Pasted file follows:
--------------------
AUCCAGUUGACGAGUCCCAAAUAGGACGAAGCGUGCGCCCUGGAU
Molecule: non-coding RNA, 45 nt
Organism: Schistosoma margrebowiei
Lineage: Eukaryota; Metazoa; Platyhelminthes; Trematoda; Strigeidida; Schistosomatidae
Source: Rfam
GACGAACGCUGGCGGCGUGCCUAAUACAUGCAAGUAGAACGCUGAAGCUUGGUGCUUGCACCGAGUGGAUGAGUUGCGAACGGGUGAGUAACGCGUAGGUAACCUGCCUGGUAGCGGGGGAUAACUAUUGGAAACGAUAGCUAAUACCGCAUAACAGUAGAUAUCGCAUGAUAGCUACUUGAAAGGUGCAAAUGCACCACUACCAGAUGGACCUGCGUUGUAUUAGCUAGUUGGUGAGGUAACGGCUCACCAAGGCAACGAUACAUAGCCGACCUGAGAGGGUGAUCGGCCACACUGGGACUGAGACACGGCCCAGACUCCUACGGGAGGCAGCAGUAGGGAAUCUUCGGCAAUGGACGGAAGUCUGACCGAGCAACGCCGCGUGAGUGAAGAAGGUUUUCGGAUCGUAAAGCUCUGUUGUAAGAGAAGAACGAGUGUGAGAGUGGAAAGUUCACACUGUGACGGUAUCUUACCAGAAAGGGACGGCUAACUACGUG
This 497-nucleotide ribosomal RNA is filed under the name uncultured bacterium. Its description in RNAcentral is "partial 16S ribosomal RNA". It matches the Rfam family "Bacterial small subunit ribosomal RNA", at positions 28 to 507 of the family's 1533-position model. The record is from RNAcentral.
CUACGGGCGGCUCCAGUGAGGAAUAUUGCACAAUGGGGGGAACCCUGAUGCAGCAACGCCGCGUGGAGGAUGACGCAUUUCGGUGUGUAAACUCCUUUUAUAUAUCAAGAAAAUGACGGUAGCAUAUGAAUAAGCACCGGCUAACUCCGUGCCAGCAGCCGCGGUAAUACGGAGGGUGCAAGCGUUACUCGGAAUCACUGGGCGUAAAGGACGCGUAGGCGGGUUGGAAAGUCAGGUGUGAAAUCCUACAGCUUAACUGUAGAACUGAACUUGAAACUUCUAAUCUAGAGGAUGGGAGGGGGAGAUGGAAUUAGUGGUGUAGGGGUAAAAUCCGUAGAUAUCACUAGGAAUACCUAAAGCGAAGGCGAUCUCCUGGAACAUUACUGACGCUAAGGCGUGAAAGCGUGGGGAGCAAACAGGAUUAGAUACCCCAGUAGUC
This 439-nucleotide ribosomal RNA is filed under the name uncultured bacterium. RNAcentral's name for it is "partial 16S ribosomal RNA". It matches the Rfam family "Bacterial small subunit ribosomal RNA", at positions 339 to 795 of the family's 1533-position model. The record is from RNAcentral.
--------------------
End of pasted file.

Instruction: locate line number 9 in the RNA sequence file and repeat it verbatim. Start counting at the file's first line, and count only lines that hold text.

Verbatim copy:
This 439-nucleotide ribosomal RNA is filed under the name uncultured bacterium. RNAcentral's name for it is "partial 16S ribosomal RNA". It matches the Rfam family "Bacterial small subunit ribosomal RNA", at positions 339 to 795 of the family's 1533-position model. The record is from RNAcentral.